my model tells you what the bid/asks look like BEFORE a movement of the price takes place, your 'correction' of my thesis applies to the time WHILE a movement takes place.

it is hard to do any serious empiristic studies on my thesis, since i don't have the time, the knowledge and the resources to do so, and it is at all questionable if the bitcoin price on mtgox applies at all to such a pschologically trading scheme (after all, how do i know that what i see is because of the psychology i imply and not cause of other reasons?)

but anyway, im gonna watch this quite close in the next time and do some additionaly study on it.
think about my time-thesis: the divergences i painted are what the bids/ask look like before something happens,, they reflect the approximation of traders to the P* of the future!

thank you very much for your input!
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January 15, 2012, 04:38:56 AM
 #11

Ok, so I began thinking the answer is an inverted normal curve. The reason volume decreases with spread is because the likelihood of that order being filled drops with distance from the current price. Bulls and bears use positive and negative skewed curves respectively, while a neutral participant believes there will only be random fluctuations. There is a point at which each participant believes it is not worth it to place a bid/ask. In the chart below I chose < 5% but this will obviously differ amongst groups of participants. Wherever the probability curve crosses the "line of implausibility" you will see the cumulative volume flatten out. Large walls appear where the neutral curve crosses the "line of implausibility" because this is as bearish or bullish as you can be while still believing there is a chance of getting your order filled on average.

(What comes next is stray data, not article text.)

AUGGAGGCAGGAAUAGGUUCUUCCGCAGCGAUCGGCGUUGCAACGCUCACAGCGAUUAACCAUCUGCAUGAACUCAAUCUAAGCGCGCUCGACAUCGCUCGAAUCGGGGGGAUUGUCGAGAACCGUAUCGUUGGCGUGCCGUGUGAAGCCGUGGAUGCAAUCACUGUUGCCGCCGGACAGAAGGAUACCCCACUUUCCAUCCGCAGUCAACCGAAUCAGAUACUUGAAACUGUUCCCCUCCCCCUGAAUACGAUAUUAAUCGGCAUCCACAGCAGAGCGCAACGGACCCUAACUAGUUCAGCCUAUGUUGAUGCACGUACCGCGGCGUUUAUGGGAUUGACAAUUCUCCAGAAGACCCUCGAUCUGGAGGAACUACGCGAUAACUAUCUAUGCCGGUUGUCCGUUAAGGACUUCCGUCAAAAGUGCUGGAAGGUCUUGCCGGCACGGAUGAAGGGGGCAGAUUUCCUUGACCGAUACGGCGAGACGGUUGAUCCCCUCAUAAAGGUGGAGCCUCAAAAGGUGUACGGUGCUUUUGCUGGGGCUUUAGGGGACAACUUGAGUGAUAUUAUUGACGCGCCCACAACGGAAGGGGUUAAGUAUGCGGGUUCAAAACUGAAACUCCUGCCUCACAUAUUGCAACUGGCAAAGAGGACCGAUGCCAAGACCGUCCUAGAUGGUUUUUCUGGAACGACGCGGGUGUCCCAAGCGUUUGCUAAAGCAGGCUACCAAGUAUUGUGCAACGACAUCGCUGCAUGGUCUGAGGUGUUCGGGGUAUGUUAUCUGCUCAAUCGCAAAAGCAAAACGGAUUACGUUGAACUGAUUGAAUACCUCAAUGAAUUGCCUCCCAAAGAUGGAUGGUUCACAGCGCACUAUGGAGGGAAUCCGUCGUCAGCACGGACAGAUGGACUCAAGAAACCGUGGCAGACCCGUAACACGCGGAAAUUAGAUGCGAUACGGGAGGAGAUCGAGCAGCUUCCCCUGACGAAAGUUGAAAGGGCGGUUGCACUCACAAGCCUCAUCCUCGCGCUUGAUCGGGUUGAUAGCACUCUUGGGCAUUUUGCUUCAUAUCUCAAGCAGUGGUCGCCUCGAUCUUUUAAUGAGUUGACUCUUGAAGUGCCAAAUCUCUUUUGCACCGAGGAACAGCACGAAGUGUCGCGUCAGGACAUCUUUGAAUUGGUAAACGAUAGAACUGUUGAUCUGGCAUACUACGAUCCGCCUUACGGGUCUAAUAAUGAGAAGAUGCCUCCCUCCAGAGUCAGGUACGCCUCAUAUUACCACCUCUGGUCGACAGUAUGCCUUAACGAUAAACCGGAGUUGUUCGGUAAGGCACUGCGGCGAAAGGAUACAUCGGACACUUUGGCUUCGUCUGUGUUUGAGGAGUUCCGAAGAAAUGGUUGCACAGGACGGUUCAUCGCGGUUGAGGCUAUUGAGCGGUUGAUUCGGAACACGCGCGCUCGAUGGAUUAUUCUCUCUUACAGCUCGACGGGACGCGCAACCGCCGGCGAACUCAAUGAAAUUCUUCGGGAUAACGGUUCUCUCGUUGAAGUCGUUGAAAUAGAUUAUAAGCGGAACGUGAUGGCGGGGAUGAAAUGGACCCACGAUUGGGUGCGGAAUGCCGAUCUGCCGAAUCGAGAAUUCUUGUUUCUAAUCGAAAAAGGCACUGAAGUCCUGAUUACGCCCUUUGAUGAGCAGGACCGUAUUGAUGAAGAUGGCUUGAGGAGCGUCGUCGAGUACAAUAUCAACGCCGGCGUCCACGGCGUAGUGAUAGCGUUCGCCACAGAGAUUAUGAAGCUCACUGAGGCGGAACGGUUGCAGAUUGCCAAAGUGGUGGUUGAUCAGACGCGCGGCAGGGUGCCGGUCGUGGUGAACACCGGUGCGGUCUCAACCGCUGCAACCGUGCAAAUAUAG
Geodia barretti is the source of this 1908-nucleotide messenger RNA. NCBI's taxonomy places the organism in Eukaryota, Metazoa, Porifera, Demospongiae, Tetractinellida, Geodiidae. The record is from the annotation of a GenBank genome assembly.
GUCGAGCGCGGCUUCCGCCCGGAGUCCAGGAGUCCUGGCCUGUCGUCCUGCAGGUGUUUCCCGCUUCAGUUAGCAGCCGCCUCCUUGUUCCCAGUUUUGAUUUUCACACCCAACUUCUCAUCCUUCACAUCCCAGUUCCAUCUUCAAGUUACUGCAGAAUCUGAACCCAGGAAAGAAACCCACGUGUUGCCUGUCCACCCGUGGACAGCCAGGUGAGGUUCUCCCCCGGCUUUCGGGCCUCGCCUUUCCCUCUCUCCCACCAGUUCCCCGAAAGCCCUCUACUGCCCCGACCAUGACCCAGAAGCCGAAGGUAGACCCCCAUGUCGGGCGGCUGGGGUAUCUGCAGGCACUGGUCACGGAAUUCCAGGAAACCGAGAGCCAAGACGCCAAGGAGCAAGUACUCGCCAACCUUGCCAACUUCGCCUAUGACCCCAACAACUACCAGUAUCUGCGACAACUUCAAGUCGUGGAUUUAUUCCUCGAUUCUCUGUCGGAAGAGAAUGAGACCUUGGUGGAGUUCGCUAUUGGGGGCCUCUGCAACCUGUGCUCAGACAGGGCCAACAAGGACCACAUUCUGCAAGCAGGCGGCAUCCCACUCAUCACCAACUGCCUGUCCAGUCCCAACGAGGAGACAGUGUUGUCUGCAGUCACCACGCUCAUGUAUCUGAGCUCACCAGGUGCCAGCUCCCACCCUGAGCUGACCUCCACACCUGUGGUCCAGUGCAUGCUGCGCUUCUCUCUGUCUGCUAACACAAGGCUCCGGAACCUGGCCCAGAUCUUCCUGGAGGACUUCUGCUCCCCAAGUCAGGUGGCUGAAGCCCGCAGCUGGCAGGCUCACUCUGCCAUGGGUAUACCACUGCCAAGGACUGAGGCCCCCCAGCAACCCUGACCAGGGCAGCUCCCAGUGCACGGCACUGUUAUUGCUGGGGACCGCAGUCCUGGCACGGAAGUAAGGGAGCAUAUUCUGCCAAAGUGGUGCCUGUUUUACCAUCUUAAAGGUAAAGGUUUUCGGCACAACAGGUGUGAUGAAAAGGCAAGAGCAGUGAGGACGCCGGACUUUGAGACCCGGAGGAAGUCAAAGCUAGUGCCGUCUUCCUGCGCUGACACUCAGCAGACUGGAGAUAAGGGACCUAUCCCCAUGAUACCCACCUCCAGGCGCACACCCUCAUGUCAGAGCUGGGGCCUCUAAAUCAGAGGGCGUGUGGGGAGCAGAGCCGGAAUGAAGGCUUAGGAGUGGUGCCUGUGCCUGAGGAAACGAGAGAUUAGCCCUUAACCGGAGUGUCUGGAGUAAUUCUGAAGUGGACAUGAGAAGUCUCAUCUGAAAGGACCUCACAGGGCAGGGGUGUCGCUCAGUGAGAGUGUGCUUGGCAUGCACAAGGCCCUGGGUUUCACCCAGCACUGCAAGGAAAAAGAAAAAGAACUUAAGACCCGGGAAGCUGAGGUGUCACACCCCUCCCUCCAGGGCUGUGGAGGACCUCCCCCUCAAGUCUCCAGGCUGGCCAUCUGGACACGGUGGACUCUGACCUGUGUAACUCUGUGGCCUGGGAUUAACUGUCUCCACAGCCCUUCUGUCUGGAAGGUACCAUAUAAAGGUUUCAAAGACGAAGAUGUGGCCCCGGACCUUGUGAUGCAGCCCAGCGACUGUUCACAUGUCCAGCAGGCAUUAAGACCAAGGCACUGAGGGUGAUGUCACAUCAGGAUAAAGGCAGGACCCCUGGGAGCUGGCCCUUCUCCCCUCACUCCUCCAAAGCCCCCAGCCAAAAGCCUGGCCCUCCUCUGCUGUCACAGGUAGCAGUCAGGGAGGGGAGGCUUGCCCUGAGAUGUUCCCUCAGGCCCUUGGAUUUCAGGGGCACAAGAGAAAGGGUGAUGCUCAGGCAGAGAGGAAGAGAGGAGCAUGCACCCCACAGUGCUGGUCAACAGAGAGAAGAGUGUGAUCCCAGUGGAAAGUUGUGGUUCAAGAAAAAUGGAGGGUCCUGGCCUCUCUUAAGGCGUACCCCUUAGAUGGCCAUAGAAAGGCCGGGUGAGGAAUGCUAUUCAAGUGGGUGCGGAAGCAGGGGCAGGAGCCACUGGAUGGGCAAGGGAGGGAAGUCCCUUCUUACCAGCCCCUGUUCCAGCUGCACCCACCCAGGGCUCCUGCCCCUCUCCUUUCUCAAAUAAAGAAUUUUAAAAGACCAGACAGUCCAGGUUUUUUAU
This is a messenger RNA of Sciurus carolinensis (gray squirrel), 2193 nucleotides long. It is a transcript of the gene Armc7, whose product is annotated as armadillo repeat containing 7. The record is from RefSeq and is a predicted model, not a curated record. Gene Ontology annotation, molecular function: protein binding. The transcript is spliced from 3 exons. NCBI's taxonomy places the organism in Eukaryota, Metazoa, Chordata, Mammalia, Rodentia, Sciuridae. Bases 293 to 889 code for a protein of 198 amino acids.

The lower chart is similar to gewur's except that I have used an inverted normal curve rather than a triangular function. I am still digesting chodpapa's second post but I believe this is consistent with what he described.

Critiques?
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January 15, 2012, 07:40:25 AM
 #12

@ bitcoinbitcoin123:

- I think you confused bearish with bullish sentiments in your picture
- The alteration with using parabolas instead of triangular functions is IMO a good idea and a more realistic approach